That’s the old expression. There’s only seven stories.
Right, exactly. And so really I just have to choose one of seven and make whatever movie I’m going to make.
Was Upstream Color right up your alley, mixing tone and mood with the plot Shane Carruth wanted to tell?
Yeah, I connected deeply to his script. It was a really ambitious script and I responded on a very emotional level to what was written even though it seemingly is not very direct. It’s a very visceral movie. So yeah, we had an understanding or we clicked on this level where we understood what was important for storytelling and how to get there. My whole job on that film was to tell an emotional story, as I was acting, so therefore when I clicked with it emotionally it made sense that I felt like I could tell it in a performance, or an emotional way.
My favorite part of your performance was this facial tic you have when you’re under the spell of the worms and you’re working on the assignments. Do you know what I’m referring to?
Tongue on the side?
Yes! How did you come up with that?
We wanted her to revert into a childlike place. I don’t remember, I just know that I was watching kids color because they always stick their tongue out the side of their mouths. I find that really sweet, so that whole portion of it was reverting back into a childlike but also dependent state, not knowing the world and being told what the world is. The only other reference point for that is being a kid and being dependent on this authority figure, this godlike figure telling you how to experience the world and how to see the world.
It was a very small part of the film that Kris was a film editor, but did you know a lot about editing from being a director yourself?
Oh yeah, I edit all my own stuff.
I kind of don’t understand how a director can let anyone else edit their film, although there are obviously some great collaborations out there.
Yeah, I know some really fantastic editors but I think for certain kinds of cinema, or the way that I feel connected to my work, I love doing the first cut, the actual hard work, assembling and getting familiar with my footage and figuring out what it is that I have and then getting to a place where I feel like there’s a heart there that I want to tell. Like the story heart is there, or the mood and the tone is there. Then I don’t mind bringing somebody on when I can’t see clearly. You get to a certain point where you start to be a little forgiving about certain elements of the edit, and I feel like for me personally, because everyone has their own process, it’s nice to have somebody come on and finesse stuff that needs finessing. Then you go back and you do your final finesse. I had David Lowry come on and do my finessing I guess, the fine cut of the movie.
Have you ever edited on film with Steenbecks and Moviolas?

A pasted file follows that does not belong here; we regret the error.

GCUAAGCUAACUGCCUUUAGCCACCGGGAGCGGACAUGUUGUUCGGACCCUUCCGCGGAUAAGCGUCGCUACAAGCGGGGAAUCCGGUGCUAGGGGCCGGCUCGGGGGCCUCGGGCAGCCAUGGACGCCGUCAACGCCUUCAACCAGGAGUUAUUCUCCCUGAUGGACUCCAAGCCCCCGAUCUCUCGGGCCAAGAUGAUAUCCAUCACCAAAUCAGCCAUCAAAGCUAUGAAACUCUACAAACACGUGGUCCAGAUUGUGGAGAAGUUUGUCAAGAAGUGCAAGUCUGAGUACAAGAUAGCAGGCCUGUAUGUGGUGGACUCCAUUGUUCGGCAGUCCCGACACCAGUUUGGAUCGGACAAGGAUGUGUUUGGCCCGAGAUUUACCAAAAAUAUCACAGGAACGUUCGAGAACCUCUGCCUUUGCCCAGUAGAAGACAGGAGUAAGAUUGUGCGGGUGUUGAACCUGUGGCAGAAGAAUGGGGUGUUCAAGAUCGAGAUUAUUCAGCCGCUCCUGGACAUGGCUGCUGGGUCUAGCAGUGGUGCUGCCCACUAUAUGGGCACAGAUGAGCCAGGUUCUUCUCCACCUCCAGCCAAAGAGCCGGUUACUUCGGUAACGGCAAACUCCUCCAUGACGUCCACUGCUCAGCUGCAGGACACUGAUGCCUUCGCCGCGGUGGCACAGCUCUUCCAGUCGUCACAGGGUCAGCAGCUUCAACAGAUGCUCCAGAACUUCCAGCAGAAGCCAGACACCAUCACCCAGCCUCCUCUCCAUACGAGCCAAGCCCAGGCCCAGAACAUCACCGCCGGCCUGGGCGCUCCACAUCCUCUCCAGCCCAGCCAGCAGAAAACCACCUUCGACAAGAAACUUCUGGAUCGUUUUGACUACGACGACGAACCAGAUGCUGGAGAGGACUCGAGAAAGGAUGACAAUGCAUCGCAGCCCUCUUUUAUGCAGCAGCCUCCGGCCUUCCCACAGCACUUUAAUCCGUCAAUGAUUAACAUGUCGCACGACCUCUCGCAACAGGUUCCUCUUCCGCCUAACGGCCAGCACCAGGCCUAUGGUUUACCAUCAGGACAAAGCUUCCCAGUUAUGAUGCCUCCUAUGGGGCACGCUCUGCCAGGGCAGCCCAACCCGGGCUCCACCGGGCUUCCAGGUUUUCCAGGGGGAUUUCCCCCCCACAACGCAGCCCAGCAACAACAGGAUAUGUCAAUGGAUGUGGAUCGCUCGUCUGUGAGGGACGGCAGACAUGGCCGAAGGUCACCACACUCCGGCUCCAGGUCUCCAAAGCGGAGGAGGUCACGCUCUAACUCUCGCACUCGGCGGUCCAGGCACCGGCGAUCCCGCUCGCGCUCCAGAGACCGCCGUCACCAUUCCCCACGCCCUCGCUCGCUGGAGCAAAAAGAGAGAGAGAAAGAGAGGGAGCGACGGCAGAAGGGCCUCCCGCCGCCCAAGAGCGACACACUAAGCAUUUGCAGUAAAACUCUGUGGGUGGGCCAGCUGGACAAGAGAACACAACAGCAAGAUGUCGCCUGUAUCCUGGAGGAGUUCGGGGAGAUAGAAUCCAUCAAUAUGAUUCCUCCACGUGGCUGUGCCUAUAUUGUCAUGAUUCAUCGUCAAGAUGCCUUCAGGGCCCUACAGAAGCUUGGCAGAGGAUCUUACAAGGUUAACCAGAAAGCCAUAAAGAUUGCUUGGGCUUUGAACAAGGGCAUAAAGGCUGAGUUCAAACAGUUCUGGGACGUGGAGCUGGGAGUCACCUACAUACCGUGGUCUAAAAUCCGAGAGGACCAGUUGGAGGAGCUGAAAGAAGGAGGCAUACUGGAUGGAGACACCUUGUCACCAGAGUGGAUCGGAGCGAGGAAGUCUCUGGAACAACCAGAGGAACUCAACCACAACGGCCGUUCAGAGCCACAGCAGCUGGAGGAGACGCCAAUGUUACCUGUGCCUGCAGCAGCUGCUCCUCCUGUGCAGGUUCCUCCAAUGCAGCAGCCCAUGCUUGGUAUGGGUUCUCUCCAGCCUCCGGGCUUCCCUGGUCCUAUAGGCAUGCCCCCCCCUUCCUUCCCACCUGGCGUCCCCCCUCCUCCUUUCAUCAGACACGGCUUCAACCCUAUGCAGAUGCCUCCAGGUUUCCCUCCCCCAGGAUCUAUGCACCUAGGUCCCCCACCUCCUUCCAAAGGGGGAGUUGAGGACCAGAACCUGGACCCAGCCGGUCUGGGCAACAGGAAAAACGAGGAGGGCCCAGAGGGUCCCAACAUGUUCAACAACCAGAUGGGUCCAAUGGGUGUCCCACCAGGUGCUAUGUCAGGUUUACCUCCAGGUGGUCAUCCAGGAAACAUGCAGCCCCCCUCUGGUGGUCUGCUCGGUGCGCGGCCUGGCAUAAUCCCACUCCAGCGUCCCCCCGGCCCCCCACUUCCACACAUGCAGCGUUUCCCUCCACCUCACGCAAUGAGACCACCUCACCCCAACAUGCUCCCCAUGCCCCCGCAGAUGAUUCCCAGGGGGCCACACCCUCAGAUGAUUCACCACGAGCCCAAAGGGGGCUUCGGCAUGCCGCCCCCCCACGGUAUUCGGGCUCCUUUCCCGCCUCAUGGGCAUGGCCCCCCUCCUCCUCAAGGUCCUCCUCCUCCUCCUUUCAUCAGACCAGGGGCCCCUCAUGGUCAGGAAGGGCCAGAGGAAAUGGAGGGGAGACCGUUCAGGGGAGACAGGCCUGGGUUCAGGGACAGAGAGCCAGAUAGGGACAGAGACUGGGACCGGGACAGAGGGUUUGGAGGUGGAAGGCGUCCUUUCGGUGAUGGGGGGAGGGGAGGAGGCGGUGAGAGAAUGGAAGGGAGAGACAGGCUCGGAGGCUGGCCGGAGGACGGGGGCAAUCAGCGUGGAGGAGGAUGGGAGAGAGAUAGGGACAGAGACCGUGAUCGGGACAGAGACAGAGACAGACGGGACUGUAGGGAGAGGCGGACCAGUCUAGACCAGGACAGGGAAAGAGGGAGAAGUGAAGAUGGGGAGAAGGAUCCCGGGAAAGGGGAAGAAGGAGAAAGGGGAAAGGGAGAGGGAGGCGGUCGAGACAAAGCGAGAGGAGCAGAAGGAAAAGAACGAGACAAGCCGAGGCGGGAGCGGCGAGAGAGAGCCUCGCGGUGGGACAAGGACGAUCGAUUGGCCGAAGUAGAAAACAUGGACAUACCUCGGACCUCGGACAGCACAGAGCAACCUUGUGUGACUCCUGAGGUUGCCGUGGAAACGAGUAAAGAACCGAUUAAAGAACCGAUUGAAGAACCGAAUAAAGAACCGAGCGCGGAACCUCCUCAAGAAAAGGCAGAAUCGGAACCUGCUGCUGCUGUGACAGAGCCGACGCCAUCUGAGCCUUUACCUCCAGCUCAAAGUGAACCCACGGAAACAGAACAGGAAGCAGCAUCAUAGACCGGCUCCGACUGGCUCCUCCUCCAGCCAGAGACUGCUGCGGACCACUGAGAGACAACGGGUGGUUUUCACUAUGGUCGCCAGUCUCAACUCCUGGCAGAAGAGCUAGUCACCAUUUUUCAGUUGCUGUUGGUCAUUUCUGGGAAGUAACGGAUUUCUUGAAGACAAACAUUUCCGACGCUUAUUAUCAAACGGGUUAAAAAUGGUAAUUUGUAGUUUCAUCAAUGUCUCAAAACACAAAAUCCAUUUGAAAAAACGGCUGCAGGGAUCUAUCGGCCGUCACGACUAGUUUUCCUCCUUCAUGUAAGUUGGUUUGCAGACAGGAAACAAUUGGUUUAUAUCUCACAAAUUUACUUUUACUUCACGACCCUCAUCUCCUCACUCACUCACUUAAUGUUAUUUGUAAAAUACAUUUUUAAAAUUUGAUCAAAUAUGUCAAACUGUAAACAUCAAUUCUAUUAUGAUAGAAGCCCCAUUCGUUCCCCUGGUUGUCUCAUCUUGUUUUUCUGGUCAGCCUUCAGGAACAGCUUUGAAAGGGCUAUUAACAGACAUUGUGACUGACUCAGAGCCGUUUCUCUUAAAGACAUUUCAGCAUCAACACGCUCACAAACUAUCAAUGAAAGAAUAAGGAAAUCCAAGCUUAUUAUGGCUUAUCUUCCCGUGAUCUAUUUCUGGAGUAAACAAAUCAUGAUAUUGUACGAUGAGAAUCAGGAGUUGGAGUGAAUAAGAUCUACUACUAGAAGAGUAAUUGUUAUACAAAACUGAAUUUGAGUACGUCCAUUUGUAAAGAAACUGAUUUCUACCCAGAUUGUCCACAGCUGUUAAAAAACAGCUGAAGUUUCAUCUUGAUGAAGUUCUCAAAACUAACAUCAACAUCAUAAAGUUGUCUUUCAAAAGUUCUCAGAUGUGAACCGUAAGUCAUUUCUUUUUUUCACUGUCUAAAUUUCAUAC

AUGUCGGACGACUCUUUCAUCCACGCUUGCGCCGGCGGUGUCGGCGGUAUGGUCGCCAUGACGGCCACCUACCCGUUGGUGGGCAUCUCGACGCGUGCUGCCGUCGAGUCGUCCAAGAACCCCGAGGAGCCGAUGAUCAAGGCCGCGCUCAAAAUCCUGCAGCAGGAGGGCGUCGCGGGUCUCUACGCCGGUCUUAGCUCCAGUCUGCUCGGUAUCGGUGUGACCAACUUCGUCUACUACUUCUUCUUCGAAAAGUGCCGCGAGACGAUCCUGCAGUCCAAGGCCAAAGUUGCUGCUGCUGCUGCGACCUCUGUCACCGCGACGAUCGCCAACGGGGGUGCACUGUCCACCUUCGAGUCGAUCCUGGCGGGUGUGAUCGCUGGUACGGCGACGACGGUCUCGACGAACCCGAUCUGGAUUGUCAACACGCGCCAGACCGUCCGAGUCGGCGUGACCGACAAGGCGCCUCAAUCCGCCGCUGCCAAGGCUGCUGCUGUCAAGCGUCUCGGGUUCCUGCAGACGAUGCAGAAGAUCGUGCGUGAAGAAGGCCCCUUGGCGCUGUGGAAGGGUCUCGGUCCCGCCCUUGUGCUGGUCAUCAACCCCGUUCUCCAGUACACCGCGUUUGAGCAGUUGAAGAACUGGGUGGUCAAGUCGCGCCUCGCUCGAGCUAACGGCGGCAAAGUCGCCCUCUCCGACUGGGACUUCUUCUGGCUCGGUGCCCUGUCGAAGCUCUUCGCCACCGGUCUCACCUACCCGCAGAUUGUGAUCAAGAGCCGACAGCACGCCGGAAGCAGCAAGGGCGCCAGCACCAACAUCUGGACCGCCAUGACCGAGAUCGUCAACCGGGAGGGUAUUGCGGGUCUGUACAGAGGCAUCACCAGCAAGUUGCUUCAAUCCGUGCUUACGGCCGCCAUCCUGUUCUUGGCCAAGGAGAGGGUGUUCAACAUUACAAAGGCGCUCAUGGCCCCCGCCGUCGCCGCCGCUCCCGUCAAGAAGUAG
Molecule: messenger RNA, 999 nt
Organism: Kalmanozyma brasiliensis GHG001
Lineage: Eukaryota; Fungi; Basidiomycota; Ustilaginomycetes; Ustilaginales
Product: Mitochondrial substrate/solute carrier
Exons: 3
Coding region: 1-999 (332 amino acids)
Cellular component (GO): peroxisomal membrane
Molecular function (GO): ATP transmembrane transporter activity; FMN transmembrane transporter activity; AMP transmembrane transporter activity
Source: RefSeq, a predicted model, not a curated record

I did. That’s how I learned. I did. That’s how I learned how to edit and I feel like it was very beneficial to the process of editing because you take every edit very seriously. And when you’re shooting the movie, you’re thinking about editing the movie and you’re thinking about beats that are going to cut together, because when you’re editing on a Steenbeck, you only have one cut when you’re editing your negative, and you better know that that’s going to cut together, and sometimes it doesn’t. That’s how I learned.
I hope they still teach that in film schools because I got that experience too.
Yeah, I don’t think that they do.
No, they don’t. I was the last class before they switched to Avid.
Where were you?
I went to Ithaca College. I actually was in the same screenwriting class as Simon Barrett.
And I really liked your performance in A Horrible Way to Die, which he wrote. I sort of wished there were no killer plot because I was so into this realistic portrayal of addiction recovery.
That’s funny, because I don’t really see that movie as a horror movie, a gorefest. All my stuff is the character stuff. Even with AJ [Bowen] and Joe [Swanberg] and me, it’s just this woman trying to get over what it would be like to get over somebody that was a serial killer.
And I’ve known people dealing with alcoholism. There are obvious parallels in support groups. It seemed so raw and honest, how did you get there?
I have a lot of friends and family that have struggled with it their whole lives, and watched it tear everything up, but also there were some interesting elements to it that we discussed as well, which is to say that there’s different phases of getting sober. One of them is that once you get sober, you feel like you’ve solved every single problem in your life. Sometimes people forget that now that you’re sober, you’re actually able to deal with things that are deeper instead of masking the problem. So we were talking about that, that sometimes the words that you’re saying in AA, you’re just saying them as a process to get to a place where it becomes a pattern. Then all that stuff trickles in and starts to sink in and it becomes one day at a time, that motto. So in the film, I was talking about how I think she’s in that phase where she’s just still saying the words and going through it and she wasn’t really ready to share yet or process everything. So when she’d talk about it, it would feel incredibly difficult to talk about.
Are you going to be on “The Killing” this season?
What can you say about your character?
I am playing a mother who’s strapped financially and in a tough spot in life, and her daughter goes missing. That is all I can talk about.
Is that a character from the Danish series too?
You know what? I’m not quite sure. I’ve only watched one season of the Danish series, so I actually have no clue. Not only that but if that’s true, then I kind of want to keep myself in the dark a little bit about it because we’re shooting sequentially.
What is the experience being part of the ensemble on a successful series like that?
It’s an incredibly gifted cast and it’s an interesting situation because I’m not on every single day with everyone in the cast because it’s such an ensemble piece. The first couple episodes, I was really kind of by myself. So now we’re getting into the stuff where all of our stories are starting to intertwine, where I’m in more scenes with people. There’s a lot more people on set, I will say that. It’s just a completely different experience I think, yet very similar. You’re doing the same job. It’s just there’s a lot more people and they have fancier toys.